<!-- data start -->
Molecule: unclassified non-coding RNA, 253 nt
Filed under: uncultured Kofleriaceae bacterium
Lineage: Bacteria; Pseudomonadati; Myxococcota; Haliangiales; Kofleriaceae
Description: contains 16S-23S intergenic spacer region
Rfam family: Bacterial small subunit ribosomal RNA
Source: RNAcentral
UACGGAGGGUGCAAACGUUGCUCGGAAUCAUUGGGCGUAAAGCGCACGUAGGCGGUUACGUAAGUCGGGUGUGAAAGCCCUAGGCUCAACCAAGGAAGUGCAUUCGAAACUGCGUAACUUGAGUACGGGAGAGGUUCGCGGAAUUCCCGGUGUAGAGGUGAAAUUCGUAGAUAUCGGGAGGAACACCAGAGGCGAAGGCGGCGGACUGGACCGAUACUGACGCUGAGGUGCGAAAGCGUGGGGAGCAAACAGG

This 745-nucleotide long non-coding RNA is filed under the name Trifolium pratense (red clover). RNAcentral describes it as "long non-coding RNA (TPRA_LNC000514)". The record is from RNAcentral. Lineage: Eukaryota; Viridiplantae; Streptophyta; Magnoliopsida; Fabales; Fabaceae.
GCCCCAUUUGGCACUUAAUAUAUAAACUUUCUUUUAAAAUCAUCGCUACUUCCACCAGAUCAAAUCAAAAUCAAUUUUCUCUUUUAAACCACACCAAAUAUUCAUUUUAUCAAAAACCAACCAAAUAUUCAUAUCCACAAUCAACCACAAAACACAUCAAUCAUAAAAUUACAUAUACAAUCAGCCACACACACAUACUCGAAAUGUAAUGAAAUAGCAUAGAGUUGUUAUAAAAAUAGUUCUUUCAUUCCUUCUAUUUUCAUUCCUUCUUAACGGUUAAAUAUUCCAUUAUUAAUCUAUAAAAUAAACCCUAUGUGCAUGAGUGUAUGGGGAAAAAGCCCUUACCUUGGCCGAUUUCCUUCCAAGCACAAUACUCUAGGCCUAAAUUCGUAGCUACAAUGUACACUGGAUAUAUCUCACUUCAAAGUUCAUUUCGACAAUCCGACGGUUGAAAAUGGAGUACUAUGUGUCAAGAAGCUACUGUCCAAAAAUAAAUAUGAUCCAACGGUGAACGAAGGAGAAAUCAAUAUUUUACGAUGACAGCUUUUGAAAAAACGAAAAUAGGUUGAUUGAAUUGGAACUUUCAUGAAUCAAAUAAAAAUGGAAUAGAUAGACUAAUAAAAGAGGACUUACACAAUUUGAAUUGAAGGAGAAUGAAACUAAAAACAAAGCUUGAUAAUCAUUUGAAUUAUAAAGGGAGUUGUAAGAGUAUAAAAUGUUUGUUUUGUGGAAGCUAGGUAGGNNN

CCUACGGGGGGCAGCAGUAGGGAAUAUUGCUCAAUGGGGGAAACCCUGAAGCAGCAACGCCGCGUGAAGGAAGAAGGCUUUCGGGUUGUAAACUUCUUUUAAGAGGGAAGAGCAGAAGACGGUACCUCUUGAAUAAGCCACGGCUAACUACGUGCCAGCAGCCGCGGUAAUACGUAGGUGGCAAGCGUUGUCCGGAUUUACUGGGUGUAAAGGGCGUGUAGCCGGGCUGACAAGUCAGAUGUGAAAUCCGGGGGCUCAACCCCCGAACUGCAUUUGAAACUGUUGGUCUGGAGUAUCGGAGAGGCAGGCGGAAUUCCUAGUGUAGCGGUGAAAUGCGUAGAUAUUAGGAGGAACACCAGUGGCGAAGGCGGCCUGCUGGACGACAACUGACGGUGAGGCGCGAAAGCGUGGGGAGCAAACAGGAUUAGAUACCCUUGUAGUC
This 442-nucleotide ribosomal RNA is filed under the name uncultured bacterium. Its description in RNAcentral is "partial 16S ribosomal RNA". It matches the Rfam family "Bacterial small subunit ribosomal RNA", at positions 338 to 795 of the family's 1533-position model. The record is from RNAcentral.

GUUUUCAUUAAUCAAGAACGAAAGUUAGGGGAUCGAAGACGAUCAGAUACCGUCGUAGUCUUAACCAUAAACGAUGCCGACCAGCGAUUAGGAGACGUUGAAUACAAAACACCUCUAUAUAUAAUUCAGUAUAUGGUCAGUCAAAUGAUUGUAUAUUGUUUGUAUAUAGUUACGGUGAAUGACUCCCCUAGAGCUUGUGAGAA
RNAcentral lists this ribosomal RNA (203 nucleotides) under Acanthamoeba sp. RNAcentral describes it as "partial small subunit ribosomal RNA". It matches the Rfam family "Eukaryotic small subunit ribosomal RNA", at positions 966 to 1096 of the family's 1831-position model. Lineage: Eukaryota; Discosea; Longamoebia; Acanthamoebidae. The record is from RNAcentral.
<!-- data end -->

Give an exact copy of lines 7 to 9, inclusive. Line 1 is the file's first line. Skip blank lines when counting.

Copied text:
UACGGAGGGUGCAAACGUUGCUCGGAAUCAUUGGGCGUAAAGCGCACGUAGGCGGUUACGUAAGUCGGGUGUGAAAGCCCUAGGCUCAACCAAGGAAGUGCAUUCGAAACUGCGUAACUUGAGUACGGGAGAGGUUCGCGGAAUUCCCGGUGUAGAGGUGAAAUUCGUAGAUAUCGGGAGGAACACCAGAGGCGAAGGCGGCGGACUGGACCGAUACUGACGCUGAGGUGCGAAAGCGUGGGGAGCAAACAGG

This 745-nucleotide long non-coding RNA is filed under the name Trifolium pratense (red clover). RNAcentral describes it as "long non-coding RNA (TPRA_LNC000514)". The record is from RNAcentral. Lineage: Eukaryota; Viridiplantae; Streptophyta; Magnoliopsida; Fabales; Fabaceae.
GCCCCAUUUGGCACUUAAUAUAUAAACUUUCUUUUAAAAUCAUCGCUACUUCCACCAGAUCAAAUCAAAAUCAAUUUUCUCUUUUAAACCACACCAAAUAUUCAUUUUAUCAAAAACCAACCAAAUAUUCAUAUCCACAAUCAACCACAAAACACAUCAAUCAUAAAAUUACAUAUACAAUCAGCCACACACACAUACUCGAAAUGUAAUGAAAUAGCAUAGAGUUGUUAUAAAAAUAGUUCUUUCAUUCCUUCUAUUUUCAUUCCUUCUUAACGGUUAAAUAUUCCAUUAUUAAUCUAUAAAAUAAACCCUAUGUGCAUGAGUGUAUGGGGAAAAAGCCCUUACCUUGGCCGAUUUCCUUCCAAGCACAAUACUCUAGGCCUAAAUUCGUAGCUACAAUGUACACUGGAUAUAUCUCACUUCAAAGUUCAUUUCGACAAUCCGACGGUUGAAAAUGGAGUACUAUGUGUCAAGAAGCUACUGUCCAAAAAUAAAUAUGAUCCAACGGUGAACGAAGGAGAAAUCAAUAUUUUACGAUGACAGCUUUUGAAAAAACGAAAAUAGGUUGAUUGAAUUGGAACUUUCAUGAAUCAAAUAAAAAUGGAAUAGAUAGACUAAUAAAAGAGGACUUACACAAUUUGAAUUGAAGGAGAAUGAAACUAAAAACAAAGCUUGAUAAUCAUUUGAAUUAUAAAGGGAGUUGUAAGAGUAUAAAAUGUUUGUUUUGUGGAAGCUAGGUAGGNNN